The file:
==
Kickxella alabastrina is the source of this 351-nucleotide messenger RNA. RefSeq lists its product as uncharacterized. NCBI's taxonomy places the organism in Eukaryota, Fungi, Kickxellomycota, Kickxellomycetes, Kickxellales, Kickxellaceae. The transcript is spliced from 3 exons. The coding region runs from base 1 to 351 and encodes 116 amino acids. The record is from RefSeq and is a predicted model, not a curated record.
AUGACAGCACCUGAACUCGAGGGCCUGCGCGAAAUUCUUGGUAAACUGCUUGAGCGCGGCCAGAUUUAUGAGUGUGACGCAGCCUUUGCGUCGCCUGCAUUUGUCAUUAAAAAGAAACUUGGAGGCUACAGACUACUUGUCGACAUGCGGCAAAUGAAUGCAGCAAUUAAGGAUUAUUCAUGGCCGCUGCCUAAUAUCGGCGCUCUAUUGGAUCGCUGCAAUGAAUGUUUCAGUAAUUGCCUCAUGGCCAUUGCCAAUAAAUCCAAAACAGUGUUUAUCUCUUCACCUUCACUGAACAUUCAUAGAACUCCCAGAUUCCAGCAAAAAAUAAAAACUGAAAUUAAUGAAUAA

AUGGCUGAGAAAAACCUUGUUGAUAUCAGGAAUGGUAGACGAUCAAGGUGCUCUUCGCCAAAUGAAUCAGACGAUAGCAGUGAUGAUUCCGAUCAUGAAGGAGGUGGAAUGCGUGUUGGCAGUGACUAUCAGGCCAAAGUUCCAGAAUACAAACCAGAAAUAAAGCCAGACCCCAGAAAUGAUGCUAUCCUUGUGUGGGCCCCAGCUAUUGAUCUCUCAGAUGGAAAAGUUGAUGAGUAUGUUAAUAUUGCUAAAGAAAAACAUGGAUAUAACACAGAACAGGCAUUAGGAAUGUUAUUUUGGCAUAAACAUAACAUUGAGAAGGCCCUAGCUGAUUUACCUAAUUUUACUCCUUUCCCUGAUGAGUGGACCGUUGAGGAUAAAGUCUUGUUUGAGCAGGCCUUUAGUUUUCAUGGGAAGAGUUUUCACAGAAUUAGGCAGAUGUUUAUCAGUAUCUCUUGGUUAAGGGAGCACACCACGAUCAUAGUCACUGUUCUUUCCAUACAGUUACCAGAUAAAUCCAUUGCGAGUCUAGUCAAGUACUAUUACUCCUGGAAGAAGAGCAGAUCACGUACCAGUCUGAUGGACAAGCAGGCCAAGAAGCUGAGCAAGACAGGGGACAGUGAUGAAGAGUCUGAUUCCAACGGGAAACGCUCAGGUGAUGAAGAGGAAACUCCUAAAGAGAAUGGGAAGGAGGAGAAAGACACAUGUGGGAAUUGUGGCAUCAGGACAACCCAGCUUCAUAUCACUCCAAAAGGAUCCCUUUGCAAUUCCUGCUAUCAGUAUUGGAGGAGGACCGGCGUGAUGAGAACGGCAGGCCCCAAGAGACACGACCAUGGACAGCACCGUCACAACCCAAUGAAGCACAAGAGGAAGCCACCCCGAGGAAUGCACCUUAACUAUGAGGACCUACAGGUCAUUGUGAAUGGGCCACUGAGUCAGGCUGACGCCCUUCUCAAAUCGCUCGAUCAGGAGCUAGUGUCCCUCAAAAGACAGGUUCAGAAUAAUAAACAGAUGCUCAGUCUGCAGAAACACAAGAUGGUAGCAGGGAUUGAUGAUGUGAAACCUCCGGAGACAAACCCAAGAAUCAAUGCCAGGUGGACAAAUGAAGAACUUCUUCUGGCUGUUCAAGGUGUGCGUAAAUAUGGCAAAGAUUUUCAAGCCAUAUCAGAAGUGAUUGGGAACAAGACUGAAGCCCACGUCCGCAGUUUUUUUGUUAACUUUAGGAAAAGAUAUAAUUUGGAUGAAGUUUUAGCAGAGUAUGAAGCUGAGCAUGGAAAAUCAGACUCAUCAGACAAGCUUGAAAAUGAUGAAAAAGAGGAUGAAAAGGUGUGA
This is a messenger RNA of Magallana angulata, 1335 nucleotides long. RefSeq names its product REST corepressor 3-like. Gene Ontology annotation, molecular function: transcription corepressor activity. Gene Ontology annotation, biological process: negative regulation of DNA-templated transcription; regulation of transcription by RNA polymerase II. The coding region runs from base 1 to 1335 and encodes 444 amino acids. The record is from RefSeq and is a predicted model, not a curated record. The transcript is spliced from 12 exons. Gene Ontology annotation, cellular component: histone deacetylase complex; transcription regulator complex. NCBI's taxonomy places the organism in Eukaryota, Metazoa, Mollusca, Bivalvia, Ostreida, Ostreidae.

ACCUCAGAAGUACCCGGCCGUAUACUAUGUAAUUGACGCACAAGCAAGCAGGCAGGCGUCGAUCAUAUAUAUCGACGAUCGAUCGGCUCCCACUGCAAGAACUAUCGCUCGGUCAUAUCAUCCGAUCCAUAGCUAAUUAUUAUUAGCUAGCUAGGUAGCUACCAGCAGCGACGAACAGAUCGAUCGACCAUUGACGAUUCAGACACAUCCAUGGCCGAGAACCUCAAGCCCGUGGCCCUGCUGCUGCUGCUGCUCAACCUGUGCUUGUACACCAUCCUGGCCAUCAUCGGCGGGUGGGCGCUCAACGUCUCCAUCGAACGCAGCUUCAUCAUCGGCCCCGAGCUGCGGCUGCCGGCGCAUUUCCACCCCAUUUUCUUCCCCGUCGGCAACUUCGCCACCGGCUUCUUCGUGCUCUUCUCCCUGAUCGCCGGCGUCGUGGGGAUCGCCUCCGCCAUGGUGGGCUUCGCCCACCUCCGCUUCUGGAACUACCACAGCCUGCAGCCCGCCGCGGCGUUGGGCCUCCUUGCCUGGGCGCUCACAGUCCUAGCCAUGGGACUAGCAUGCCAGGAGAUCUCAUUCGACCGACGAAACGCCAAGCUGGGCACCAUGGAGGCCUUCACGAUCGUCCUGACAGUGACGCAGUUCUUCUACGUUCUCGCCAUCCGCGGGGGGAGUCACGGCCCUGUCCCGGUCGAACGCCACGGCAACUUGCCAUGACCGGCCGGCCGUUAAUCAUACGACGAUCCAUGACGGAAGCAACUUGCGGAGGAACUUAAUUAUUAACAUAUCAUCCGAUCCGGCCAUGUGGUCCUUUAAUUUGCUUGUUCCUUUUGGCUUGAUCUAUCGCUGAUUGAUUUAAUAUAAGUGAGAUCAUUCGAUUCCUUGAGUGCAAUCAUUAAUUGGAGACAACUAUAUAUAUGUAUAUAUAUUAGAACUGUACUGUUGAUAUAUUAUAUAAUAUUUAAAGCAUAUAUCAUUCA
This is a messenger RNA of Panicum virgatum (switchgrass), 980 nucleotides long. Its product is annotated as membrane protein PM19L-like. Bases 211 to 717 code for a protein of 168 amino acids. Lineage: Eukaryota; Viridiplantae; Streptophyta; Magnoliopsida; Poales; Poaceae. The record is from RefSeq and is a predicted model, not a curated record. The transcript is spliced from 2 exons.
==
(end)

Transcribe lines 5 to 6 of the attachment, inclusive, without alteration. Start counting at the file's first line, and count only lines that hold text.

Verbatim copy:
ACCUCAGAAGUACCCGGCCGUAUACUAUGUAAUUGACGCACAAGCAAGCAGGCAGGCGUCGAUCAUAUAUAUCGACGAUCGAUCGGCUCCCACUGCAAGAACUAUCGCUCGGUCAUAUCAUCCGAUCCAUAGCUAAUUAUUAUUAGCUAGCUAGGUAGCUACCAGCAGCGACGAACAGAUCGAUCGACCAUUGACGAUUCAGACACAUCCAUGGCCGAGAACCUCAAGCCCGUGGCCCUGCUGCUGCUGCUGCUCAACCUGUGCUUGUACACCAUCCUGGCCAUCAUCGGCGGGUGGGCGCUCAACGUCUCCAUCGAACGCAGCUUCAUCAUCGGCCCCGAGCUGCGGCUGCCGGCGCAUUUCCACCCCAUUUUCUUCCCCGUCGGCAACUUCGCCACCGGCUUCUUCGUGCUCUUCUCCCUGAUCGCCGGCGUCGUGGGGAUCGCCUCCGCCAUGGUGGGCUUCGCCCACCUCCGCUUCUGGAACUACCACAGCCUGCAGCCCGCCGCGGCGUUGGGCCUCCUUGCCUGGGCGCUCACAGUCCUAGCCAUGGGACUAGCAUGCCAGGAGAUCUCAUUCGACCGACGAAACGCCAAGCUGGGCACCAUGGAGGCCUUCACGAUCGUCCUGACAGUGACGCAGUUCUUCUACGUUCUCGCCAUCCGCGGGGGGAGUCACGGCCCUGUCCCGGUCGAACGCCACGGCAACUUGCCAUGACCGGCCGGCCGUUAAUCAUACGACGAUCCAUGACGGAAGCAACUUGCGGAGGAACUUAAUUAUUAACAUAUCAUCCGAUCCGGCCAUGUGGUCCUUUAAUUUGCUUGUUCCUUUUGGCUUGAUCUAUCGCUGAUUGAUUUAAUAUAAGUGAGAUCAUUCGAUUCCUUGAGUGCAAUCAUUAAUUGGAGACAACUAUAUAUAUGUAUAUAUAUUAGAACUGUACUGUUGAUAUAUUAUAUAAUAUUUAAAGCAUAUAUCAUUCA
This is a messenger RNA of Panicum virgatum (switchgrass), 980 nucleotides long. Its product is annotated as membrane protein PM19L-like. Bases 211 to 717 code for a protein of 168 amino acids. Lineage: Eukaryota; Viridiplantae; Streptophyta; Magnoliopsida; Poales; Poaceae. The record is from RefSeq and is a predicted model, not a curated record. The transcript is spliced from 2 exons.